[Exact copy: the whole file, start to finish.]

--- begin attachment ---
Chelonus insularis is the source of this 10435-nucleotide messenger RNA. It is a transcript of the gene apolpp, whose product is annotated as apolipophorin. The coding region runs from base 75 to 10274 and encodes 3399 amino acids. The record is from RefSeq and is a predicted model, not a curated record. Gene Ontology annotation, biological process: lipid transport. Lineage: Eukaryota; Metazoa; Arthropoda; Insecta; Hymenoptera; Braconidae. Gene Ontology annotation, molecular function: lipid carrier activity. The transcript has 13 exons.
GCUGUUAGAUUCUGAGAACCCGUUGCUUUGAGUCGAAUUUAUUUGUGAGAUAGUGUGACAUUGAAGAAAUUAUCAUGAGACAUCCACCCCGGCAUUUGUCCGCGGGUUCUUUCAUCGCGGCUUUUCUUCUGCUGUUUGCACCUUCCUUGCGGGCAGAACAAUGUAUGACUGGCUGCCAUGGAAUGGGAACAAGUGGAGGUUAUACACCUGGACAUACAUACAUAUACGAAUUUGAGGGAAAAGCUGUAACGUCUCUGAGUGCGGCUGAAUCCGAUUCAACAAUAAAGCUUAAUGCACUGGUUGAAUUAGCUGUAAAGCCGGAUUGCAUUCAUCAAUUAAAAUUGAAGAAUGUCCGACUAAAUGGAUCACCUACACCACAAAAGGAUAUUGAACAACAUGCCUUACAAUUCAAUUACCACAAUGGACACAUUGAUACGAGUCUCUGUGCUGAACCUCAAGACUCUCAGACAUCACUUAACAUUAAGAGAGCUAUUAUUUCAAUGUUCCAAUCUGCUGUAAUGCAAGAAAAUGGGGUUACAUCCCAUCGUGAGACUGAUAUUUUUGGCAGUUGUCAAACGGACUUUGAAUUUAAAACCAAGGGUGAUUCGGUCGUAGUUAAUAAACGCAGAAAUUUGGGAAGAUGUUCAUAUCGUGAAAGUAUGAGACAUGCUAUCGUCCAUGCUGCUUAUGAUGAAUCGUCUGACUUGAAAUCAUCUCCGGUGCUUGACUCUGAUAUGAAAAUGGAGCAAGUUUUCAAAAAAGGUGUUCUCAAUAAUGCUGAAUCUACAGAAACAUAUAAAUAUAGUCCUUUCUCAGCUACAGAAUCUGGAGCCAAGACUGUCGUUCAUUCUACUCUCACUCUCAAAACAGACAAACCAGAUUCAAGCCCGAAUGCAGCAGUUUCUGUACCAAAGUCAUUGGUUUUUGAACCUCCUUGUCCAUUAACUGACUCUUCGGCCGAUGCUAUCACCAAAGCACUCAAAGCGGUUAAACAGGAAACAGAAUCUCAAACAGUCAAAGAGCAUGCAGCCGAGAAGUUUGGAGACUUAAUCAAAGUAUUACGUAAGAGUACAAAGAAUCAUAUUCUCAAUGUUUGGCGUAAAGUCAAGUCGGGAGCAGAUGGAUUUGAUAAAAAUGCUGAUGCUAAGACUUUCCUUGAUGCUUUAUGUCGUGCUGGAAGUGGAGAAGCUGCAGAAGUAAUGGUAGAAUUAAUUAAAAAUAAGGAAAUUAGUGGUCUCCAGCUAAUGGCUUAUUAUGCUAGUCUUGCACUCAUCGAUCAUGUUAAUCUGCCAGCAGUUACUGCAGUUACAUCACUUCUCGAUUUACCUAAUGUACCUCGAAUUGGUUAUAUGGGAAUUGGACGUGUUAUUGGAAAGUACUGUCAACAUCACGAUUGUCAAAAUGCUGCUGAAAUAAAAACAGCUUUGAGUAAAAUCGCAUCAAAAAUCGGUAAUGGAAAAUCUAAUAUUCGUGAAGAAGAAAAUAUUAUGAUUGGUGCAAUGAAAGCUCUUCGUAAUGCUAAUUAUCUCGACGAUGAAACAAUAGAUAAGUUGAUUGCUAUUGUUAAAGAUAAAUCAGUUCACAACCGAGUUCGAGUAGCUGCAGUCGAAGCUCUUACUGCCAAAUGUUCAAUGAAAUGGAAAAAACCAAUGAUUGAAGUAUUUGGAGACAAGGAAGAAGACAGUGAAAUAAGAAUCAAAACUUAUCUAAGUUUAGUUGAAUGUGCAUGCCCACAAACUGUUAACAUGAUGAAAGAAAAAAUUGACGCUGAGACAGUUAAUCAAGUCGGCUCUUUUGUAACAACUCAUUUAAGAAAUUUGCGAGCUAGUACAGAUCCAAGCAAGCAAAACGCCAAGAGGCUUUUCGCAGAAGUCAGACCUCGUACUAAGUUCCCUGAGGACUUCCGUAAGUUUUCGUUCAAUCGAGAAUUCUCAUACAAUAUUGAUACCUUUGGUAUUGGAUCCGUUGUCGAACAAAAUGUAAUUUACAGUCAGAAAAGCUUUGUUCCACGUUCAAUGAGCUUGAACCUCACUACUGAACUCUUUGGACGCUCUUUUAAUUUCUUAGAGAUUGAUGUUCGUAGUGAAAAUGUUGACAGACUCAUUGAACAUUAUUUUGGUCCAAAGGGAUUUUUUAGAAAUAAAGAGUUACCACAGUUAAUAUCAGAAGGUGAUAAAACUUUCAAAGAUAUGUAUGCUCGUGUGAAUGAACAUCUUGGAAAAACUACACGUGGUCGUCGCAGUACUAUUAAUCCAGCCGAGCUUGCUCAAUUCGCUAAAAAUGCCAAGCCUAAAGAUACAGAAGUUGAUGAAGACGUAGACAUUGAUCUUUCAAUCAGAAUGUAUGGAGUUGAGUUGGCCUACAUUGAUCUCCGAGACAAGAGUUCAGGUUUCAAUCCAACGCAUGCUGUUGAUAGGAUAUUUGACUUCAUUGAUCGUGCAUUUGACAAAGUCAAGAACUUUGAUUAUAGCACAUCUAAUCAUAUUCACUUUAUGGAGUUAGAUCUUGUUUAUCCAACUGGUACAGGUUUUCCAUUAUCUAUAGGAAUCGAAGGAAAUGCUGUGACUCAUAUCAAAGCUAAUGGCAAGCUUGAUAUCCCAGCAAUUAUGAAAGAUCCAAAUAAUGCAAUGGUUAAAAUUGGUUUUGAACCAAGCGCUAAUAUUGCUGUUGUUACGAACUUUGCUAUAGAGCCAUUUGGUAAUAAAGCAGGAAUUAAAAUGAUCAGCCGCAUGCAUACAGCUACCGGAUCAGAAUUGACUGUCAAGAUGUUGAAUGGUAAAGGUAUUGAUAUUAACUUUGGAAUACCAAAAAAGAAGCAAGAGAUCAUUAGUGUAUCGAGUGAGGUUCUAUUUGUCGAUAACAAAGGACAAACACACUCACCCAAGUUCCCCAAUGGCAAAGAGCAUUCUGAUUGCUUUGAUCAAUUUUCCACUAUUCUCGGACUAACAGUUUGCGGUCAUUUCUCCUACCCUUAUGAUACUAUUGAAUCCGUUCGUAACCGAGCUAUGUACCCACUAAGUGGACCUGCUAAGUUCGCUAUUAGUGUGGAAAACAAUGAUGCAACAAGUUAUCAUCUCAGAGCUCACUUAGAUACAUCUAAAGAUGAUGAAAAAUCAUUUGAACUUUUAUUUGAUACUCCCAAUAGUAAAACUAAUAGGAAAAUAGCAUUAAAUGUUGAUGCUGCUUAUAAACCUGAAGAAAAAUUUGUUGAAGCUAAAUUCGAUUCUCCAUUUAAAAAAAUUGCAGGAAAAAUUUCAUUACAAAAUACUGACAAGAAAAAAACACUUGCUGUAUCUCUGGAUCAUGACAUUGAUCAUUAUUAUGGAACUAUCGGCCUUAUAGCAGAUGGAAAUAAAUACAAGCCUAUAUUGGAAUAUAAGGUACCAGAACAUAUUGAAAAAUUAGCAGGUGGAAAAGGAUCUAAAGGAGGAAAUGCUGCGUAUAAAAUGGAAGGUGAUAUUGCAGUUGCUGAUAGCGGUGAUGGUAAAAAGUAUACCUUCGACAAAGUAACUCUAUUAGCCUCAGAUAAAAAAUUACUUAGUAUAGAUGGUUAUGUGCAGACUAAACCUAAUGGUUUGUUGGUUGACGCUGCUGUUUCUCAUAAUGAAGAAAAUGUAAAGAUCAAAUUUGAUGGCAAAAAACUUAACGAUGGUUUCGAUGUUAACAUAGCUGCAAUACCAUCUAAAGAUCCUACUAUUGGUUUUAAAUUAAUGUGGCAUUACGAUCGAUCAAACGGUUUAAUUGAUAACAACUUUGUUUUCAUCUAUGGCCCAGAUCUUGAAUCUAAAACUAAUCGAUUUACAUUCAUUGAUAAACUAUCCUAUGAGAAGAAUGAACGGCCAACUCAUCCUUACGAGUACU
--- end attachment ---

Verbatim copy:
Chelonus insularis is the source of this 10435-nucleotide messenger RNA. It is a transcript of the gene apolpp, whose product is annotated as apolipophorin. The coding region runs from base 75 to 10274 and encodes 3399 amino acids. The record is from RefSeq and is a predicted model, not a curated record. Gene Ontology annotation, biological process: lipid transport. Lineage: Eukaryota; Metazoa; Arthropoda; Insecta; Hymenoptera; Braconidae. Gene Ontology annotation, molecular function: lipid carrier activity. The transcript has 13 exons.
GCUGUUAGAUUCUGAGAACCCGUUGCUUUGAGUCGAAUUUAUUUGUGAGAUAGUGUGACAUUGAAGAAAUUAUCAUGAGACAUCCACCCCGGCAUUUGUCCGCGGGUUCUUUCAUCGCGGCUUUUCUUCUGCUGUUUGCACCUUCCUUGCGGGCAGAACAAUGUAUGACUGGCUGCCAUGGAAUGGGAACAAGUGGAGGUUAUACACCUGGACAUACAUACAUAUACGAAUUUGAGGGAAAAGCUGUAACGUCUCUGAGUGCGGCUGAAUCCGAUUCAACAAUAAAGCUUAAUGCACUGGUUGAAUUAGCUGUAAAGCCGGAUUGCAUUCAUCAAUUAAAAUUGAAGAAUGUCCGACUAAAUGGAUCACCUACACCACAAAAGGAUAUUGAACAACAUGCCUUACAAUUCAAUUACCACAAUGGACACAUUGAUACGAGUCUCUGUGCUGAACCUCAAGACUCUCAGACAUCACUUAACAUUAAGAGAGCUAUUAUUUCAAUGUUCCAAUCUGCUGUAAUGCAAGAAAAUGGGGUUACAUCCCAUCGUGAGACUGAUAUUUUUGGCAGUUGUCAAACGGACUUUGAAUUUAAAACCAAGGGUGAUUCGGUCGUAGUUAAUAAACGCAGAAAUUUGGGAAGAUGUUCAUAUCGUGAAAGUAUGAGACAUGCUAUCGUCCAUGCUGCUUAUGAUGAAUCGUCUGACUUGAAAUCAUCUCCGGUGCUUGACUCUGAUAUGAAAAUGGAGCAAGUUUUCAAAAAAGGUGUUCUCAAUAAUGCUGAAUCUACAGAAACAUAUAAAUAUAGUCCUUUCUCAGCUACAGAAUCUGGAGCCAAGACUGUCGUUCAUUCUACUCUCACUCUCAAAACAGACAAACCAGAUUCAAGCCCGAAUGCAGCAGUUUCUGUACCAAAGUCAUUGGUUUUUGAACCUCCUUGUCCAUUAACUGACUCUUCGGCCGAUGCUAUCACCAAAGCACUCAAAGCGGUUAAACAGGAAACAGAAUCUCAAACAGUCAAAGAGCAUGCAGCCGAGAAGUUUGGAGACUUAAUCAAAGUAUUACGUAAGAGUACAAAGAAUCAUAUUCUCAAUGUUUGGCGUAAAGUCAAGUCGGGAGCAGAUGGAUUUGAUAAAAAUGCUGAUGCUAAGACUUUCCUUGAUGCUUUAUGUCGUGCUGGAAGUGGAGAAGCUGCAGAAGUAAUGGUAGAAUUAAUUAAAAAUAAGGAAAUUAGUGGUCUCCAGCUAAUGGCUUAUUAUGCUAGUCUUGCACUCAUCGAUCAUGUUAAUCUGCCAGCAGUUACUGCAGUUACAUCACUUCUCGAUUUACCUAAUGUACCUCGAAUUGGUUAUAUGGGAAUUGGACGUGUUAUUGGAAAGUACUGUCAACAUCACGAUUGUCAAAAUGCUGCUGAAAUAAAAACAGCUUUGAGUAAAAUCGCAUCAAAAAUCGGUAAUGGAAAAUCUAAUAUUCGUGAAGAAGAAAAUAUUAUGAUUGGUGCAAUGAAAGCUCUUCGUAAUGCUAAUUAUCUCGACGAUGAAACAAUAGAUAAGUUGAUUGCUAUUGUUAAAGAUAAAUCAGUUCACAACCGAGUUCGAGUAGCUGCAGUCGAAGCUCUUACUGCCAAAUGUUCAAUGAAAUGGAAAAAACCAAUGAUUGAAGUAUUUGGAGACAAGGAAGAAGACAGUGAAAUAAGAAUCAAAACUUAUCUAAGUUUAGUUGAAUGUGCAUGCCCACAAACUGUUAACAUGAUGAAAGAAAAAAUUGACGCUGAGACAGUUAAUCAAGUCGGCUCUUUUGUAACAACUCAUUUAAGAAAUUUGCGAGCUAGUACAGAUCCAAGCAAGCAAAACGCCAAGAGGCUUUUCGCAGAAGUCAGACCUCGUACUAAGUUCCCUGAGGACUUCCGUAAGUUUUCGUUCAAUCGAGAAUUCUCAUACAAUAUUGAUACCUUUGGUAUUGGAUCCGUUGUCGAACAAAAUGUAAUUUACAGUCAGAAAAGCUUUGUUCCACGUUCAAUGAGCUUGAACCUCACUACUGAACUCUUUGGACGCUCUUUUAAUUUCUUAGAGAUUGAUGUUCGUAGUGAAAAUGUUGACAGACUCAUUGAACAUUAUUUUGGUCCAAAGGGAUUUUUUAGAAAUAAAGAGUUACCACAGUUAAUAUCAGAAGGUGAUAAAACUUUCAAAGAUAUGUAUGCUCGUGUGAAUGAACAUCUUGGAAAAACUACACGUGGUCGUCGCAGUACUAUUAAUCCAGCCGAGCUUGCUCAAUUCGCUAAAAAUGCCAAGCCUAAAGAUACAGAAGUUGAUGAAGACGUAGACAUUGAUCUUUCAAUCAGAAUGUAUGGAGUUGAGUUGGCCUACAUUGAUCUCCGAGACAAGAGUUCAGGUUUCAAUCCAACGCAUGCUGUUGAUAGGAUAUUUGACUUCAUUGAUCGUGCAUUUGACAAAGUCAAGAACUUUGAUUAUAGCACAUCUAAUCAUAUUCACUUUAUGGAGUUAGAUCUUGUUUAUCCAACUGGUACAGGUUUUCCAUUAUCUAUAGGAAUCGAAGGAAAUGCUGUGACUCAUAUCAAAGCUAAUGGCAAGCUUGAUAUCCCAGCAAUUAUGAAAGAUCCAAAUAAUGCAAUGGUUAAAAUUGGUUUUGAACCAAGCGCUAAUAUUGCUGUUGUUACGAACUUUGCUAUAGAGCCAUUUGGUAAUAAAGCAGGAAUUAAAAUGAUCAGCCGCAUGCAUACAGCUACCGGAUCAGAAUUGACUGUCAAGAUGUUGAAUGGUAAAGGUAUUGAUAUUAACUUUGGAAUACCAAAAAAGAAGCAAGAGAUCAUUAGUGUAUCGAGUGAGGUUCUAUUUGUCGAUAACAAAGGACAAACACACUCACCCAAGUUCCCCAAUGGCAAAGAGCAUUCUGAUUGCUUUGAUCAAUUUUCCACUAUUCUCGGACUAACAGUUUGCGGUCAUUUCUCCUACCCUUAUGAUACUAUUGAAUCCGUUCGUAACCGAGCUAUGUACCCACUAAGUGGACCUGCUAAGUUCGCUAUUAGUGUGGAAAACAAUGAUGCAACAAGUUAUCAUCUCAGAGCUCACUUAGAUACAUCUAAAGAUGAUGAAAAAUCAUUUGAACUUUUAUUUGAUACUCCCAAUAGUAAAACUAAUAGGAAAAUAGCAUUAAAUGUUGAUGCUGCUUAUAAACCUGAAGAAAAAUUUGUUGAAGCUAAAUUCGAUUCUCCAUUUAAAAAAAUUGCAGGAAAAAUUUCAUUACAAAAUACUGACAAGAAAAAAACACUUGCUGUAUCUCUGGAUCAUGACAUUGAUCAUUAUUAUGGAACUAUCGGCCUUAUAGCAGAUGGAAAUAAAUACAAGCCUAUAUUGGAAUAUAAGGUACCAGAACAUAUUGAAAAAUUAGCAGGUGGAAAAGGAUCUAAAGGAGGAAAUGCUGCGUAUAAAAUGGAAGGUGAUAUUGCAGUUGCUGAUAGCGGUGAUGGUAAAAAGUAUACCUUCGACAAAGUAACUCUAUUAGCCUCAGAUAAAAAAUUACUUAGUAUAGAUGGUUAUGUGCAGACUAAACCUAAUGGUUUGUUGGUUGACGCUGCUGUUUCUCAUAAUGAAGAAAAUGUAAAGAUCAAAUUUGAUGGCAAAAAACUUAACGAUGGUUUCGAUGUUAACAUAGCUGCAAUACCAUCUAAAGAUCCUACUAUUGGUUUUAAAUUAAUGUGGCAUUACGAUCGAUCAAACGGUUUAAUUGAUAACAACUUUGUUUUCAUCUAUGGCCCAGAUCUUGAAUCUAAAACUAAUCGAUUUACAUUCAUUGAUAAACUAUCCUAUGAGAAGAAUGAACGGCCAACUCAUCCUUACGAGUACU